Silents on Blu-Ray

One of the interesting trends to follow for 2010 in our field will be the appearance of silents on Blu-Ray. Following the curiosity of a 1923 short, The Story of Petroleum, turning up as an extra on the Blu-Ray release of There Will Be Blood as the first silent to be released in high definition, there are currently these silents available or announced.

Buster Keaton’s The General (1927) has been issued in the USA on Region 1 by Kino Video. Mastered in HD at 1080p from a 35mm print struck from the original negative, the release comes with three music scores to choose from – Carl Davis’ 1987 Thames Silents orchestral score (in DTS-HD Master Audio 5.1 or uncompressed 2.0 stereo), a 1995 score arranged and directed by Robert Israel, and a theatre organ score by Lee Erwin. Extras include a video tour of the real General, presented in association with The Southern Museum; a tour of the filming locations, presented by John Bengtson, author of Silent Echoes; behind-the-scenes home movie footage; filmed introductions by Gloria Swanson and Orson Welles; and ‘The Buster Express’ a montage of train gags from throughout Keaton’s career. The release has received high praise, and there’s an illuminating interview with Kino’s Bret Wood on the challenges of coverting a silent to Blu-Ray on the DoBlu review site. Remastering films of such vintage for high definition is no easy task:

Preparing silent films for Blu-ray is proving to be a daunting challenge. Even when we are able to locate the best surviving film elements of a particular title, these elements have considerably more grain and printed-in wear than one finds in a studio-preserved negative that is, say, twenty years old.

When a film is mastered in HD, the image is sharper than it has previously been, but as a consequence the film grain becomes more pronounced. When we first transferred The General, a minimal amount of digital grain reduction was applied and it is this version that was released on DVD. Upon close inspection of the Blu-ray test discs, we found that even that small amount of digital noise reduction had created visual artifacting, a slight blurring and ghosting of the image. We brought the film element back to the lab (Crawford Communications) and re-transferred it specifically for Blu-ray, without DRS or any artificial grain reduction. So the film was remastered specifically for the Blu-ray release …

… The DVNR technology of the DVD era is not subtle enough for the 1080 requirements of the Blu-ray age. In fact, when I look back at some silent films that were released on DVD, heavily treated with digital noise reduction, I cringe. I now recognize the degree to which the film’s natural grain and sharpness have been glossed over for the sake of a smooth image. I worry that this has spoiled the consumer, who will now expect every film to look this way when the actual film never looked that way to begin with!

So the big question that is yet to be answered is whether or not Blu-ray users will be satisfied with an HD copy of a film that is not pristine, but looks like an 80-year-old film actually looks.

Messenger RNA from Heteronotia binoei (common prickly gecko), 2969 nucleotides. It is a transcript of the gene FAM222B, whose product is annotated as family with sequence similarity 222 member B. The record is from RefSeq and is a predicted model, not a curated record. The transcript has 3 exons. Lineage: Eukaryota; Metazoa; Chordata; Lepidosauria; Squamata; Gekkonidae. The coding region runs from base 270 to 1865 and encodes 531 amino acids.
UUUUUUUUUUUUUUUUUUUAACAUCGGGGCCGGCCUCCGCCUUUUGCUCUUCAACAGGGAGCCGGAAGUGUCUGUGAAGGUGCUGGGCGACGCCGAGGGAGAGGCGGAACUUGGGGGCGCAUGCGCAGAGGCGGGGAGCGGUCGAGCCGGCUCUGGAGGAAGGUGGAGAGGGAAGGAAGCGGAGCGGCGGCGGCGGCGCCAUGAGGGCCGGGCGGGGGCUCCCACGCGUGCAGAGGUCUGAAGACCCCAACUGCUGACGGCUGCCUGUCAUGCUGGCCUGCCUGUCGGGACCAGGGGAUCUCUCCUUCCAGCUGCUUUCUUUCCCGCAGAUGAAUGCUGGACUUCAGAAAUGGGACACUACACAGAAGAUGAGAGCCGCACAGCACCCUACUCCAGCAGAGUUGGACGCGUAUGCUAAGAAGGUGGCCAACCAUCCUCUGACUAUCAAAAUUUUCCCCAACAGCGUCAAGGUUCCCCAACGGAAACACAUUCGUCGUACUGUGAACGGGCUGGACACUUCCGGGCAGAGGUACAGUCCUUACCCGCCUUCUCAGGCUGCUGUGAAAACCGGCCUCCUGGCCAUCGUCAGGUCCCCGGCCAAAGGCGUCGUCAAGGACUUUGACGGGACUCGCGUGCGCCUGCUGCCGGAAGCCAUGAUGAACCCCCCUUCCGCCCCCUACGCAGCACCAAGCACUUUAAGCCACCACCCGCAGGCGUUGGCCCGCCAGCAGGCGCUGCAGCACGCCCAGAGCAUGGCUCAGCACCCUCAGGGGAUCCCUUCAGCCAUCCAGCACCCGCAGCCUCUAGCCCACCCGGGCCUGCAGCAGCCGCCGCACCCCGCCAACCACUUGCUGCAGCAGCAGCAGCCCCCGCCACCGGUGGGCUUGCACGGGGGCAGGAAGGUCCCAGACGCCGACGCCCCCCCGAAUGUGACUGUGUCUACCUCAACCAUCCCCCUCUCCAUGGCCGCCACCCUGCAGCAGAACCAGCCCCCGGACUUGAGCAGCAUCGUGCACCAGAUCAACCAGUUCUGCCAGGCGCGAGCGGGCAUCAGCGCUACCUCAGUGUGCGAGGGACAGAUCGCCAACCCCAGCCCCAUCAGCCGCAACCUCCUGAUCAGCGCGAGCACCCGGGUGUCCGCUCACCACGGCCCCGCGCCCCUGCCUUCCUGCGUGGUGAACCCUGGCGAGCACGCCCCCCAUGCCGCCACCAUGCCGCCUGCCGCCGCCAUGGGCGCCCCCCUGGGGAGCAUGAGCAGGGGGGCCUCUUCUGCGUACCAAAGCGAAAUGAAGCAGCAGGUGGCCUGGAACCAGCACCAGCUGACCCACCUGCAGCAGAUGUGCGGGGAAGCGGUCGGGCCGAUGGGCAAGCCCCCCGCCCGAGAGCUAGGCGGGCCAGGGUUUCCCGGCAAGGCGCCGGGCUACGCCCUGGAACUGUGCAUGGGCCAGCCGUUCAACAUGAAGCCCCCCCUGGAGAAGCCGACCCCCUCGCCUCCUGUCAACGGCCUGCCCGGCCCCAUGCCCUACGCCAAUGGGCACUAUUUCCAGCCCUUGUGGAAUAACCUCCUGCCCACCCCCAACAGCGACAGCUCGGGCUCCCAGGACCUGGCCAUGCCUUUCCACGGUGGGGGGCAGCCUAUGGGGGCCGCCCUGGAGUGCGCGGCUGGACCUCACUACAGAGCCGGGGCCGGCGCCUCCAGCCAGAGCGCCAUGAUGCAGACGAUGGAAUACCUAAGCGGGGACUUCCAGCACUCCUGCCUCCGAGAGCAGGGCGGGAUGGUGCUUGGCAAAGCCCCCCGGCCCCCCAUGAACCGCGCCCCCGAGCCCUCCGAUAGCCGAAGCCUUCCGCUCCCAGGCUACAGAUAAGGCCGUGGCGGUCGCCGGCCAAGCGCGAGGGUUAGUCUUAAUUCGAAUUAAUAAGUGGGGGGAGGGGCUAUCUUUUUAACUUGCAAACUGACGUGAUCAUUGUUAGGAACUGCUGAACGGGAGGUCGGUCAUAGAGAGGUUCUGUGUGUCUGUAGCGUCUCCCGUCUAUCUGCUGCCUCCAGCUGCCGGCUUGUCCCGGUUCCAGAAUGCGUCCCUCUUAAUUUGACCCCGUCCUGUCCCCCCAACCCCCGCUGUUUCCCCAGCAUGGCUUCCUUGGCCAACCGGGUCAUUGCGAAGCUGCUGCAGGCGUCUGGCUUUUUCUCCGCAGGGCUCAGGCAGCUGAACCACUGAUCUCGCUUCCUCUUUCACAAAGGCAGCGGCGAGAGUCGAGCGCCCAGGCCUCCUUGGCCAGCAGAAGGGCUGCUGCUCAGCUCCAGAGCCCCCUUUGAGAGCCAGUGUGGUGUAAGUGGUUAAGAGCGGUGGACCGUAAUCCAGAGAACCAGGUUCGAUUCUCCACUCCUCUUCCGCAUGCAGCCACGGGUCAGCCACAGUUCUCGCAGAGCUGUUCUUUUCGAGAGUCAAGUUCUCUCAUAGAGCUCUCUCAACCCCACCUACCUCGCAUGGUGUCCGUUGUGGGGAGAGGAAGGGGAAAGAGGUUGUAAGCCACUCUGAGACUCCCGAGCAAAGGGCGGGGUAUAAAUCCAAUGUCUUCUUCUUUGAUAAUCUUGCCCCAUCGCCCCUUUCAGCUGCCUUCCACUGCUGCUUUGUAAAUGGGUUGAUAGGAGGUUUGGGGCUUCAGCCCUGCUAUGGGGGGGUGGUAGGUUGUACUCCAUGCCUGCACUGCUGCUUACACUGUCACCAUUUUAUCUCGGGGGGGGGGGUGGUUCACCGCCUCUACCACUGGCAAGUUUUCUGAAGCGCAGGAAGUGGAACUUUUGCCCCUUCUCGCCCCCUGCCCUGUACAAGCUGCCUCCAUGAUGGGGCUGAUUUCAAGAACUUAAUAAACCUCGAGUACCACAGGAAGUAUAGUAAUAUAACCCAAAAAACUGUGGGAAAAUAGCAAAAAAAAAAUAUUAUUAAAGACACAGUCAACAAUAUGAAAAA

In Britain, meanwhile, first off the blocks with a region 2 Blu-Ray release has been Eureka, who have given us Sunrise (1927). The release features1080p HD transfers of two versions of the F.W. Murnau classi: the previously released Movietone version (i.e. with original synchronised music score), and an alternate silent version of the film recently discovered in the Czech Republic (with optional English subtitles). The generous array of extra includes an alternate Olympic Chamber Orchestra score in stereo (the Movietone score is mono, of course); a full-length audio commentary by ASC cinematographer John Bailey on the Movietone version; outtakes with John Bailey commentary; Murnau’s 4 Devils: Traces of a Lost Film — Janet Bergstrom’s updated 40-minute documentary about the lost Murnau film; original theatrical trailer; original ‘photoplay’ script by Carl Mayer with Murnau’s handwritten annotations (150 pages in PDF format); and a 20-page illustrated booklet with film restoration and DVD/Blu-ray transfer information, along with a comparison between the two versions.

Silents can also up in the extras, and Warner Home Video’s Blu-ray release The Wizard of Oz (70th Anniversary Ultimate Collector’s Edition) (i.e. the 1939 film) includes in its extras The Wonderful Wizard of Oz (1910), The Magic Cloak of Oz (1914), The Patchwork Girl of Oz (1914) and The Wizard of Oz (1925), though all four are in standard definitions, not HD.

Is there a business for the video companies in releasing silents on Blu-Ray, particularly given some of the challenges outlined by Bret Wood? The mass audience will want cleaned-up images (if it wants to see silents at all), whereas the afficionados would welcome sight of the grain. Well, some are taking up the challenge, as there are a number of titles being announced for 2010. This is what I’ve been able to trace so far:

And, just to complete the picture, there’s one modern silent also on Blu-Ray – Mel Brooks’ Silent Movie (1976), as part of The Mel Brooks Collection.

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